“Success isn't how far you got, but the distance you traveled from where you started.”-Steve Prefontaine
You know who they are. You have seen at least one. The oddballs that show up for races-barefoot. I saw one running The Mercedes Marathon in Birmingham this past February when the starting temperature, if memory serves, was about 19 degrees. I just rolled my eyes.
Back in the 80’s barefoot placekickers in football were all the rage, even in the snow. People were astounded that they could generate enough force to kick the ball powerfully without hurting themselves. It didn’t seem unusual to me at the time because I had been involved in martial arts for years. We broke boards with our bare feet all the time. We never wore shoes to work out. It was more concerning to me that the kicker had to run and tackle opposing players with one shoe on and one shoe off. That seemed infinitely more awkward than merely kicking the ball barefooted. That was a long time, lots of miles and many pairs of running shoes ago.
Now, thanks to Born to Run, Christopher McDougal’s runaway best seller (pun intended) more and more of those unshod oddballs seem to keep appearing.
I must admit, when I read the book back in 2010 I enjoyed it immensely. It was a fantastic and motivating story that has spawned a new school of thought in the running industry-Minimalism. Well maybe it isn’t new but had been drowned out by all of the technologies screaming for our attention. I thought that the minimalist perspective made so much sense and appealed to the paleobiologist side of my brain. I came to the realization that it probably explained much of the pain and difficulty I was experiencing that had caused me to nearly give up running. I will also confess that the moment I finished the book, I was so hyped about it that I immediately ran out the door and down the street barefoot to test out the theories. It was incredibly liberating-for about 20 seconds. And then along came reality. The book also does mention that those of us that were raised with shoes on our feet are not ready to shed our shoes quite so quickly and completely. I must have glossed over that part. It was 95 degrees outside and the blacktop on our street was probably hot enough to fry eggs, not to mention my tender tootsies. I hot footed it to the curb and tiptoed through the crabgrass in order to limp back to the safety of our driveway.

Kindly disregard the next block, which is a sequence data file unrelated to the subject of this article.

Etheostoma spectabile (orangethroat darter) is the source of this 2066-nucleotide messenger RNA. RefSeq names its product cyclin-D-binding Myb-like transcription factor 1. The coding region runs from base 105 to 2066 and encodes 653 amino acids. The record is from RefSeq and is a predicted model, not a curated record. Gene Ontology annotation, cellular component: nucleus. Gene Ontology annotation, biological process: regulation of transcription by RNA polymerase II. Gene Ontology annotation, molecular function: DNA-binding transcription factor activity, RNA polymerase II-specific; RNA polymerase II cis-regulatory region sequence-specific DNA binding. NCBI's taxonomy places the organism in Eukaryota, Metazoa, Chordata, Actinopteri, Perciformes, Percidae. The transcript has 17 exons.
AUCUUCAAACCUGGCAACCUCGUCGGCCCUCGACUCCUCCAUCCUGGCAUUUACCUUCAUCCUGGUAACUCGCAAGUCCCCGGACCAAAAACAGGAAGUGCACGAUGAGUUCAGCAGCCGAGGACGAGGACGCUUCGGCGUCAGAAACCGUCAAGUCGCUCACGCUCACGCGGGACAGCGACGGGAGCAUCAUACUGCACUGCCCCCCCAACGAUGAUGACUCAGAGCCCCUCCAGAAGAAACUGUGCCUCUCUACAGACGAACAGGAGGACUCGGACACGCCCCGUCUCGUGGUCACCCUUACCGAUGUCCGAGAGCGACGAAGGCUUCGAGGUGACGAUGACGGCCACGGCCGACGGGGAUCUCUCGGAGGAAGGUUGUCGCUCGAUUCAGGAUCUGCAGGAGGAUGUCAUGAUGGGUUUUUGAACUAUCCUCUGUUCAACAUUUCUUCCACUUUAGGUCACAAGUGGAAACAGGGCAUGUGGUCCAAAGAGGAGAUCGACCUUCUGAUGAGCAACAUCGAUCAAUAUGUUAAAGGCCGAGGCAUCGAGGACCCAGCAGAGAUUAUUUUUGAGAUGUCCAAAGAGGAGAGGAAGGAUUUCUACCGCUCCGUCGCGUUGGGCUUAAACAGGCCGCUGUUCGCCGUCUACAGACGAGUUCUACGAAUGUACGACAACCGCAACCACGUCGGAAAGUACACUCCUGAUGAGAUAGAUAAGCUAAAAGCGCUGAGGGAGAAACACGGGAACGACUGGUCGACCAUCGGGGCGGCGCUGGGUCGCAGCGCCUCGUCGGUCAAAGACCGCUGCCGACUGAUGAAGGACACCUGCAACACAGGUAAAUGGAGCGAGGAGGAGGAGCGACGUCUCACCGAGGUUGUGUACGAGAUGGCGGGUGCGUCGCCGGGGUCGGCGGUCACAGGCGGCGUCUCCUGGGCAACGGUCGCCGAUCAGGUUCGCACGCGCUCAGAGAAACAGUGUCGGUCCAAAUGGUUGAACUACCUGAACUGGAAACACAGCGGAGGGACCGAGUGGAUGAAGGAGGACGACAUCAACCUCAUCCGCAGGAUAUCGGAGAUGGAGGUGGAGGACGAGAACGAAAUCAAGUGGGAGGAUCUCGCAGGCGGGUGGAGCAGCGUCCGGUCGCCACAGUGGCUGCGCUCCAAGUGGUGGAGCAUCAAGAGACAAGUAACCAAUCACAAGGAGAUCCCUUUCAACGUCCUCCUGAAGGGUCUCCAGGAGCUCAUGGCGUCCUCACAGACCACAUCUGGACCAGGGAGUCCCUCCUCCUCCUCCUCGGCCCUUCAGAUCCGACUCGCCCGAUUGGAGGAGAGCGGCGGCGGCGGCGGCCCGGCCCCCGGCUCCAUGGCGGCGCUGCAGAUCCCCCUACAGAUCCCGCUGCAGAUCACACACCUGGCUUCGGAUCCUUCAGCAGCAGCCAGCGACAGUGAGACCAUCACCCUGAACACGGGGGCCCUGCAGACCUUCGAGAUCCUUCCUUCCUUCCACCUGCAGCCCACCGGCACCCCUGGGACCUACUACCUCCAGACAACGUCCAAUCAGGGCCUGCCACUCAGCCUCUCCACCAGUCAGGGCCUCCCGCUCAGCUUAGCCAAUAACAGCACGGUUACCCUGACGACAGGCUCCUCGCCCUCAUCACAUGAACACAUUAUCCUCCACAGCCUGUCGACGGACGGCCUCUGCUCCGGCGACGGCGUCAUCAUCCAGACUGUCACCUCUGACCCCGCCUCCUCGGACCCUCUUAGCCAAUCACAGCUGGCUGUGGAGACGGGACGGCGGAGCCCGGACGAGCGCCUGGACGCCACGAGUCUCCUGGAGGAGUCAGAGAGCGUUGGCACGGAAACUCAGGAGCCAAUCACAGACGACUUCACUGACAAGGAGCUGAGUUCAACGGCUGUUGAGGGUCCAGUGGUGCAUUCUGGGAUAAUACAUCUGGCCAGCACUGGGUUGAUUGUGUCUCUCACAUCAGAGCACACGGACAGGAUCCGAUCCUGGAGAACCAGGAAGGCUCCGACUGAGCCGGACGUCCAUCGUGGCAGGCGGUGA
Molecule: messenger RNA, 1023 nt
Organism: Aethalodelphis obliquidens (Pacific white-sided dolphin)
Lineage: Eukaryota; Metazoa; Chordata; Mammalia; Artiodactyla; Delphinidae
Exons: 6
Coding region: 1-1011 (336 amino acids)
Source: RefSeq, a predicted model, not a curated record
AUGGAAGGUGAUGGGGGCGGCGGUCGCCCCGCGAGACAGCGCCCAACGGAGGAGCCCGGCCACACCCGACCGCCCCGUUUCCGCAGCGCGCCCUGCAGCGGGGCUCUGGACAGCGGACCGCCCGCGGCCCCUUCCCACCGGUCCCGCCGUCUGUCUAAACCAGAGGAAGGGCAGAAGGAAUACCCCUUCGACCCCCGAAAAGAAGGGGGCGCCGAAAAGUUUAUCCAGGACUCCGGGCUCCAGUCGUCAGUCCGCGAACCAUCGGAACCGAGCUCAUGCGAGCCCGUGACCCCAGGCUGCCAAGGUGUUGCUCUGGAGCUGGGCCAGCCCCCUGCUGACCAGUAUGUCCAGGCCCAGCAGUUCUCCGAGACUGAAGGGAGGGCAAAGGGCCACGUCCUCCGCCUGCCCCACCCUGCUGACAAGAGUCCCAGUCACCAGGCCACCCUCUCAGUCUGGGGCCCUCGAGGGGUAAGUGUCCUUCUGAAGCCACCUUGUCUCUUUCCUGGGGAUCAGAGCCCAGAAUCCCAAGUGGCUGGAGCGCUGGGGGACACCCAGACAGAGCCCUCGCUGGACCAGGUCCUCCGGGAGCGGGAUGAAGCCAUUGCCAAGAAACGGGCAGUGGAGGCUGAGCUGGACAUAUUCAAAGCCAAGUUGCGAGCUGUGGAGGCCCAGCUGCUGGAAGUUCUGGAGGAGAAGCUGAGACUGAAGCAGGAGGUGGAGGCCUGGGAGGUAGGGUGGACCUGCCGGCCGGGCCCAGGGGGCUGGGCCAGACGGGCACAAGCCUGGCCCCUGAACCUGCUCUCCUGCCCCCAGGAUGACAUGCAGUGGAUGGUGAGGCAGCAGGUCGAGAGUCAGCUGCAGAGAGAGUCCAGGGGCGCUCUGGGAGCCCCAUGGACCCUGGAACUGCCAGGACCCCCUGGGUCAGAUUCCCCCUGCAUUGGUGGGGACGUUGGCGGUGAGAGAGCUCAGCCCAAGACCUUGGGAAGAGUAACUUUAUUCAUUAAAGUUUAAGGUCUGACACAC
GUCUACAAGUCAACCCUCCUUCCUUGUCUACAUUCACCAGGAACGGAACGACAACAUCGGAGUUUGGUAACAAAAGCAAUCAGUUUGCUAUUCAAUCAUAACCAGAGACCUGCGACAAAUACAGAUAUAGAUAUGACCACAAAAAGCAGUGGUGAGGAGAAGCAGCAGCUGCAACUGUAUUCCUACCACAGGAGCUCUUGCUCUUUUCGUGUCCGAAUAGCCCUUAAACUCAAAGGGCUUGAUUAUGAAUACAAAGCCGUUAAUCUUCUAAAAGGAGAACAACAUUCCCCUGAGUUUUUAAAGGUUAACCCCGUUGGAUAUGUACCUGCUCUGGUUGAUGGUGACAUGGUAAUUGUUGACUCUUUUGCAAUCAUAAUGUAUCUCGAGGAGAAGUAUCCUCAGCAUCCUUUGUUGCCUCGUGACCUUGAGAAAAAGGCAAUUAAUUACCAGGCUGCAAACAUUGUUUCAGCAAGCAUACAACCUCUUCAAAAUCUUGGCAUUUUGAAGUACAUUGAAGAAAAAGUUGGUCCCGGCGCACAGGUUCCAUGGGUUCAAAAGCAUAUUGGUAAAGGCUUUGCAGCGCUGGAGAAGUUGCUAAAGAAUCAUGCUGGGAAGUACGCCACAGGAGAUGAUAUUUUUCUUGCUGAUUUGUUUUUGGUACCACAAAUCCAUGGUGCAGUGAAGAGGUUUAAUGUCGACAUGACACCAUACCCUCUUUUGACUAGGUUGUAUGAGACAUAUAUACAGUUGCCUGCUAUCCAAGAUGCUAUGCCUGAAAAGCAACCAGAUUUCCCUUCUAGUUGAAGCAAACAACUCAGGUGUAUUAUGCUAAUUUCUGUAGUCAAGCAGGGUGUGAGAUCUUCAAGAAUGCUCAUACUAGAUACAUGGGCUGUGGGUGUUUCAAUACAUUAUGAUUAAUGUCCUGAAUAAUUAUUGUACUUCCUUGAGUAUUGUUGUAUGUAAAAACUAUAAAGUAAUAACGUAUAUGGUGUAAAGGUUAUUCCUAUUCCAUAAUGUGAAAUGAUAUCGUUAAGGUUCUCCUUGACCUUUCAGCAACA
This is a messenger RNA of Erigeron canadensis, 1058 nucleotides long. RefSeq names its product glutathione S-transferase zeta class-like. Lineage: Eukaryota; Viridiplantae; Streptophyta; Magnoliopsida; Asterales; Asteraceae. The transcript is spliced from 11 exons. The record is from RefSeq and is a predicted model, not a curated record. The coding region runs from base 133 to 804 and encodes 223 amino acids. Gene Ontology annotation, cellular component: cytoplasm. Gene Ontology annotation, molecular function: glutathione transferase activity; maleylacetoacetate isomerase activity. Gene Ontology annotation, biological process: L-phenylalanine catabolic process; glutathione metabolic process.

I was mildly distraught.
Had I devolved? Was I not “born to run” like the author described? Well, to quote Lady Gaga, I probably was “born this way” but after years and years of wearing shoes I no longer was, “that way”. If my enthusiasm for the concept of barefoot running hadn’t overwhelmed my good sense I would have also realized that my feet were not ready to take the full plunge and that returning my feet to their original state needed to be a more gradual process.
As I stood there picking gravel out of my rapidly blistering feet, I thought about what sort of transition I’d need to make.
I decided to start by purchasing a pair of Vibram Five Fingers (most folks refer to them as the “toe shoes”) whose development had also been described in the book. After all, we may have evolved to run barefoot, but our Paleolithic ancestors didn’t have to deal with all of the urban hazards that we do. Broken glass, hot asphalt, harsh chemicals and especially that unidentifiable sticky stuff in the road were not part of their equation. Christopher McDougal described at length, the type of leather sandal that was developed by the tribe of Tarahumara people to use for protection between the bottoms of their feet and the punishing terrain of Copper Canyon. I considered the Vibrams to be my modern, urban adaption of the same.